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The Meissner-Ochsenfeld effect

Consider a perfect conductor with zero magnetic flux inside it. If a permanent magnet were brought near the perfect conductor, the magnetic flux inside the conductor would remain zero, due to the induced currents. The magnetic field from the induced currents would oppose the magnetic field of the permanent magnet. If this permanent magnet had a magnetic field strong enough to support its own weight, it could be levitated above the perfect conductor. In Berlin in 1933, an experiment was done by Walther Mei▀ner and Robert Ochsenfeld to test whether superconductors behaved the way Maxwell's laws predicted a perfect conductor to behave. They found that a superconductor will expel any magnetic flux whether it becomes superconducting before or after the magnetic field is brought near it. A perfect conductor would resist a change in flux, while a superconductor expels any flux at all. The explanation for this is that a superconductor is not a theoretical perfect conductor as described by Maxwell's laws. A superconductor is a perfect diamagnet, a material which resists internal flux.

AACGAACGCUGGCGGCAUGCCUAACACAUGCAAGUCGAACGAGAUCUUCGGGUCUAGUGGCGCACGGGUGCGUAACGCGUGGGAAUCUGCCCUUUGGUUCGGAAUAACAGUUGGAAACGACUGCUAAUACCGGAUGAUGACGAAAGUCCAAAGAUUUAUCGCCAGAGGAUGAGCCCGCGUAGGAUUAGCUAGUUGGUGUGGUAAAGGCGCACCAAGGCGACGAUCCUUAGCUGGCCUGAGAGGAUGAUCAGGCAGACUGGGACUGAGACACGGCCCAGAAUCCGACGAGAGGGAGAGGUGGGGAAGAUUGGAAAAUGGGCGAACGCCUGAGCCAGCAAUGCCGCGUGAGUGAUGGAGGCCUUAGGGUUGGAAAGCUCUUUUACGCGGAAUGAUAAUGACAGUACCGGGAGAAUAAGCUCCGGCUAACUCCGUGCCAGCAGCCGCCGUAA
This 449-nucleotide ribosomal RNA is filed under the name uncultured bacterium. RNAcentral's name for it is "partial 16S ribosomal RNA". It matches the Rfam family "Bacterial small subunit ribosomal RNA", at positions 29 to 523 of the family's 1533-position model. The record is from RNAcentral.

next up previous contents
Next: Josephson Junctions Up: Introduction Previous: The discreteness of the   Contents
Barry Fitzgerald 2001-05-17